# Fitting a Beta distribution only using coin flips from the biased coins it generates

I have a Beta distribution $$D$$ with unknown parameters $$\alpha$$ and $$\beta$$ which I wish to estimate.

If I was given samples $$p_1, \ldots, p_n$$ from $$D$$, then it's relatively straightforward to fit $$D$$ (e.g. method of moments, or numerically maximizing the likelihood).

However, I'm only allowed to run the following experiment: sample a biased coin from $$D$$ (we're not told the bias), and flip it as many times as I want. Given I'm only allowed to run such an experiment (i.e. only allowed to observe the flips of coins generated by $$D$$), I want to estimate the $$\alpha$$ and $$\beta$$ parameters for $$D$$.

1. Given a list of flips from the different coins generated from $$D$$, how do I estimate $$\alpha$$ and $$\beta$$
2. What is an optimal (or at least a decent) way I should run the experiments (do the flips) so as to ID $$D$$ as accurately as possible with as few coin flips as possible? And are there any bounds on what level of accuracy I can achieve if I allow myself to make $$N$$ coin flips?

One observation to illustrate the 2nd point: On one extreme, if, for every coin I generate from $$D$$, I choose to flip it 1 billion times, then the problem essentially boils down to fitting $$D$$ given exact values for the biases $$p_1,\ldots, p_n$$, which we know how to do. On the other extreme, if I only flip each coin generated from $$D$$ once, then I'll have no hope of fitting a general $$D$$ no matter how many times I do the experiment. The only thing I'll get from that experiment is the average of $$D$$, with no information on the shape. So, on 1 extreme, the problem is solvable, but I'm not being efficient with my coin tosses. On the other extreme, the problem just can't be solved. Is there some middle ground I should be gunning for?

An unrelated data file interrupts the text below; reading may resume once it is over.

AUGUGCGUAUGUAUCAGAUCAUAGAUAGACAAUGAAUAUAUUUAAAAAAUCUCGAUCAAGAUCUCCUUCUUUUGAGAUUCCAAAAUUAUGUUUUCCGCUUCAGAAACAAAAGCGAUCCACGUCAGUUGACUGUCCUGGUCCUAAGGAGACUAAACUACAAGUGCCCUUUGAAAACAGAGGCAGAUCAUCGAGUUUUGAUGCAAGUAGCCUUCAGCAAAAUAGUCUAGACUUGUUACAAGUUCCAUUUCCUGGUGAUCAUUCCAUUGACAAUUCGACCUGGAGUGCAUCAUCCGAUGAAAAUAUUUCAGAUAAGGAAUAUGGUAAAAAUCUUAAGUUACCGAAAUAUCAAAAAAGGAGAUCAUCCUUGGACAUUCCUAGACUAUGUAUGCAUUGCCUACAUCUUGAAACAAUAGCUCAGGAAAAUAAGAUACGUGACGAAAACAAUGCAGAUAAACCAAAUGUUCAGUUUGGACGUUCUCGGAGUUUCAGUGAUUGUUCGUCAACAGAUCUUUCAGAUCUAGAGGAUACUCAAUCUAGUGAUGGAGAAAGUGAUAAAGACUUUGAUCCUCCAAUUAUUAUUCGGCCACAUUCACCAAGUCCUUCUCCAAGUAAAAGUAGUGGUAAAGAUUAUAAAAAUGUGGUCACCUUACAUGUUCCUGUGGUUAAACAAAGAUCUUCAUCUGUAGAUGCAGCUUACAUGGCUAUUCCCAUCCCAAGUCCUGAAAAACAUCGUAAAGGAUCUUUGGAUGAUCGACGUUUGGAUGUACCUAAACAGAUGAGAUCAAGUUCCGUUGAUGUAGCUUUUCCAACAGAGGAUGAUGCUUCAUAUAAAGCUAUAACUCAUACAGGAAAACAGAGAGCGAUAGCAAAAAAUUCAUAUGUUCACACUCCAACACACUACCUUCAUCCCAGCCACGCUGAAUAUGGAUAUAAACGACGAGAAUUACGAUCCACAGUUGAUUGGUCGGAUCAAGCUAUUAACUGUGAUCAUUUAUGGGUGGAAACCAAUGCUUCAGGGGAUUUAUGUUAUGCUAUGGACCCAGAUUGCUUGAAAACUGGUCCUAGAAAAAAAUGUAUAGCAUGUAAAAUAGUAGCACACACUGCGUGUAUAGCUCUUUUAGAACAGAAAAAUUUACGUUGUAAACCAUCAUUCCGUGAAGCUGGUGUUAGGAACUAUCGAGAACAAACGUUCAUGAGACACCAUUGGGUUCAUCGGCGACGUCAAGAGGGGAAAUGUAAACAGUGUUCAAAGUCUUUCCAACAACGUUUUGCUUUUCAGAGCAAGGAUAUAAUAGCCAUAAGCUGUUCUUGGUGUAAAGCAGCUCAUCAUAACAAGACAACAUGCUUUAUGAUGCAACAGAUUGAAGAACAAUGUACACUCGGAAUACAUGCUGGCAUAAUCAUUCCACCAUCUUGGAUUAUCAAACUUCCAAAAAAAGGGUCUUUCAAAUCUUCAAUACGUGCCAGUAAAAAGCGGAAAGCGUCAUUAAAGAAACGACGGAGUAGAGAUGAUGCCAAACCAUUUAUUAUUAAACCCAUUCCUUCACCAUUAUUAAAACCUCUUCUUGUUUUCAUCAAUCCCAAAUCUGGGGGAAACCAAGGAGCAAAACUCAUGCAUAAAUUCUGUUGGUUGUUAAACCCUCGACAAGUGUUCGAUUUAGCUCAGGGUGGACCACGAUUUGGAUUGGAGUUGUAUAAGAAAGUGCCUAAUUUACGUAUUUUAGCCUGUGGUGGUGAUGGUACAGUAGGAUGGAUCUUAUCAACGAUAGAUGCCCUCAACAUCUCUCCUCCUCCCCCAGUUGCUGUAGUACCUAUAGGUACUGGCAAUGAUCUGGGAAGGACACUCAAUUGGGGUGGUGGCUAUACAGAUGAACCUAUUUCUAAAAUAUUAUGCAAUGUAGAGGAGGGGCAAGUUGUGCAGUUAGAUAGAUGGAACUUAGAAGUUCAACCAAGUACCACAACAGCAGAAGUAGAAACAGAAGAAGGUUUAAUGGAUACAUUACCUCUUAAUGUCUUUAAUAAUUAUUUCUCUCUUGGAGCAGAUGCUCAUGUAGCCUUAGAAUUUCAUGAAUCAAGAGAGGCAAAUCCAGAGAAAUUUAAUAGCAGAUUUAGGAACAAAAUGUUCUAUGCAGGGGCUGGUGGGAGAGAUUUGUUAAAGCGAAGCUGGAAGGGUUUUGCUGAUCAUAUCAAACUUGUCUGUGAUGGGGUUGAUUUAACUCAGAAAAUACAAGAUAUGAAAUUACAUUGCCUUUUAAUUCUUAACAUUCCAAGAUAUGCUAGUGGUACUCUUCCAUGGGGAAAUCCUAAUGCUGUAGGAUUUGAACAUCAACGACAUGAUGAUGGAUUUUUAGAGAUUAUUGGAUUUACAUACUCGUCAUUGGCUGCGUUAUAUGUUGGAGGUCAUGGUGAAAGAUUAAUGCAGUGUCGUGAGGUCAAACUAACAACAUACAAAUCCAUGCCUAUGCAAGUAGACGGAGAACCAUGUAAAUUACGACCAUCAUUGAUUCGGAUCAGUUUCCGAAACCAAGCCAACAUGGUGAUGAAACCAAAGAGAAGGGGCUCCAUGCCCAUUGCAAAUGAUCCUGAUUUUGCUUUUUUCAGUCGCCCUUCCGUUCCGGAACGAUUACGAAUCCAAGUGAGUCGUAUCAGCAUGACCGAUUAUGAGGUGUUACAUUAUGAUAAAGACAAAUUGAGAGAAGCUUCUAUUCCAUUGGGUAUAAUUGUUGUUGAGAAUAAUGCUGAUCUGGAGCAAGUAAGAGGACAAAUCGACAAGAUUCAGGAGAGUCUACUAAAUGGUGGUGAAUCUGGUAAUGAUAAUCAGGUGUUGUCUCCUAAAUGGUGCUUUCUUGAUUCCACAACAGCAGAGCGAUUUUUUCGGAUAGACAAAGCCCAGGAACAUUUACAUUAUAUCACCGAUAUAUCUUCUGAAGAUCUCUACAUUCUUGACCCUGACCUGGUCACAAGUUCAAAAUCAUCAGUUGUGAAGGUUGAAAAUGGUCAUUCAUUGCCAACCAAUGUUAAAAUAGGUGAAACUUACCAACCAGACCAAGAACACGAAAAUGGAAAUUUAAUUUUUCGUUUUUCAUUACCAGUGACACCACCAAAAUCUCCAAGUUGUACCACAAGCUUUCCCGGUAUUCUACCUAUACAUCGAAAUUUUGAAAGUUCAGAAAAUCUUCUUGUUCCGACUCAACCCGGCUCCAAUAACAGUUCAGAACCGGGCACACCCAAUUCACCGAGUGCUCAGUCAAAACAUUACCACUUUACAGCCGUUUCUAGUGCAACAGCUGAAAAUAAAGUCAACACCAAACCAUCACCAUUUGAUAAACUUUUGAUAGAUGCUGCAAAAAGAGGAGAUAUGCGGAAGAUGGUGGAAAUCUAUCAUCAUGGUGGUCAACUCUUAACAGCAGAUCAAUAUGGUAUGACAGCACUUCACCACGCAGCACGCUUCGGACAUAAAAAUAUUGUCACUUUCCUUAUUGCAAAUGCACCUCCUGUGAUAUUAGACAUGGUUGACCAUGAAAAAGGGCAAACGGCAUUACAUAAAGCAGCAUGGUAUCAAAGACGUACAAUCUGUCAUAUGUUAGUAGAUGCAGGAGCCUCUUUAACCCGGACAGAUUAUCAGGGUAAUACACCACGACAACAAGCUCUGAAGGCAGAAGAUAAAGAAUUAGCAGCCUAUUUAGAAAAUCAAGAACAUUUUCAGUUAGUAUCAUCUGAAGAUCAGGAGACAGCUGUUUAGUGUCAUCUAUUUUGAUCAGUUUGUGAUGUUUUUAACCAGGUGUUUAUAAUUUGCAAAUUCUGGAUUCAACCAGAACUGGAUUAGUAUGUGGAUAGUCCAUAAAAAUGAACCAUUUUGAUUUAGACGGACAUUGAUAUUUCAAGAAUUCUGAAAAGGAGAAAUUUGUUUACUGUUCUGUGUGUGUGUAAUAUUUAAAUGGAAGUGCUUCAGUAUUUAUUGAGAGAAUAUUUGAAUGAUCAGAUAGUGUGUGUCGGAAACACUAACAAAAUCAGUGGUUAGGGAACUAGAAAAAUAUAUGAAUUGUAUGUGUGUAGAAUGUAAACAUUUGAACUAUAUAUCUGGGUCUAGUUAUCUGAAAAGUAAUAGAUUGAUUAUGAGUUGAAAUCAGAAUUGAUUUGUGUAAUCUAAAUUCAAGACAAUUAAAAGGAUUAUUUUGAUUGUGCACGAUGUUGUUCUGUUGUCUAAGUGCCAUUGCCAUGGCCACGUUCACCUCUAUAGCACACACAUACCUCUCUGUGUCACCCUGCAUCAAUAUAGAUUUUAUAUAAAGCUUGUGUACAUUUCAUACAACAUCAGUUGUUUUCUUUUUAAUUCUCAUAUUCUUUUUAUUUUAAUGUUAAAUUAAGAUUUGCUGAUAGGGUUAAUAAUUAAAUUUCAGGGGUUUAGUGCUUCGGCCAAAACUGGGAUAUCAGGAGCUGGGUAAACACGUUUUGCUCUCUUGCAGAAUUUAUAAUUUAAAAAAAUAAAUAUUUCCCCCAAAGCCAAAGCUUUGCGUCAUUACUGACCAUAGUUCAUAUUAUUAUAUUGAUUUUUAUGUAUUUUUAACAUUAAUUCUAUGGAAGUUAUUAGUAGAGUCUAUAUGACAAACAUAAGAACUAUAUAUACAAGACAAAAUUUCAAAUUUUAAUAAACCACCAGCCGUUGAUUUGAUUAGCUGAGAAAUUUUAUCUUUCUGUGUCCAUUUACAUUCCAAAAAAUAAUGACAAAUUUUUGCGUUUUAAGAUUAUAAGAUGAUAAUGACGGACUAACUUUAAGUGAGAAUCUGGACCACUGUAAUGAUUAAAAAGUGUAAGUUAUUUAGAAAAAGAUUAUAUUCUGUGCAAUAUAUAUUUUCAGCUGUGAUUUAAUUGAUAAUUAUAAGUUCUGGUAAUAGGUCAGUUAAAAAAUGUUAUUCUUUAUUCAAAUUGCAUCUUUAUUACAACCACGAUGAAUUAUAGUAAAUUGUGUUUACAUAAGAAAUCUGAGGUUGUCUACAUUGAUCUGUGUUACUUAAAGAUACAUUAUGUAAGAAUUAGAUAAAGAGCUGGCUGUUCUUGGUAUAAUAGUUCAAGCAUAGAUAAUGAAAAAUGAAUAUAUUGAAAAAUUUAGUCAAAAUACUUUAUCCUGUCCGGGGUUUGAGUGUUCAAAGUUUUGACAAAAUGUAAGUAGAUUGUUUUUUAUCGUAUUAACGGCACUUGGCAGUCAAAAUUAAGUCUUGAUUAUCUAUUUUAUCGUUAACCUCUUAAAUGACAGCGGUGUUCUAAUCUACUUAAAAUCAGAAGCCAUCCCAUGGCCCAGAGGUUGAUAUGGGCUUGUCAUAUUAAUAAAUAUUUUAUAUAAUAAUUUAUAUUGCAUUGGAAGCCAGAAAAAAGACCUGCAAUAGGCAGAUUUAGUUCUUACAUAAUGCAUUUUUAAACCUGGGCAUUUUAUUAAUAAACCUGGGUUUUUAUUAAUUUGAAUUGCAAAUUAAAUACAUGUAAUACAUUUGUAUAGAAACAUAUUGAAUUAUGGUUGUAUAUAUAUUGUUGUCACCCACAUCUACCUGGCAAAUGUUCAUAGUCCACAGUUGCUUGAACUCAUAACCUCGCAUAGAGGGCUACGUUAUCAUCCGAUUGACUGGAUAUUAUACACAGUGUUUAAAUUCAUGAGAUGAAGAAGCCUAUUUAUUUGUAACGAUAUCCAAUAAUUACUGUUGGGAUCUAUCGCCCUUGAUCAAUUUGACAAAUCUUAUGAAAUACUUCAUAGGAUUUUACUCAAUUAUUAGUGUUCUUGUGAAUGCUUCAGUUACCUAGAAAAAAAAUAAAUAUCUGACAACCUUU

As for the first question (how to actually fit the params given the coin flips), my guess at the solution is to maximize the log likelihood of the observed coin flips.

• As a function of our estimates for $$\alpha$$ and $$\beta$$, the likelihood $$L_i(\alpha, \beta)$$ of flipping the $$i$$th biased coin we generated and getting $$H_i$$ heads and $$T_i$$ tails will be $$L_i(\alpha, \beta) = {H_i + T_i \choose H_i} \frac{B(H_i + \alpha, T_i + \beta)}{B(\alpha, \beta)}$$ according to the Beta-Binomial Distribution.
• So the log liklihood of observing all our experiments will be $$LL(\alpha, \beta) = \sum_i \log L_i(\alpha, \beta)$$
• We can maximize the above by gradient descent (or any other numerical method).
• Re 1: This is a classic generalized linear model (GLM) with no predictors. Typically they are fit with MLE as you indicate. Question (2) is interesting.
– whuber
Aug 30, 2019 at 12:15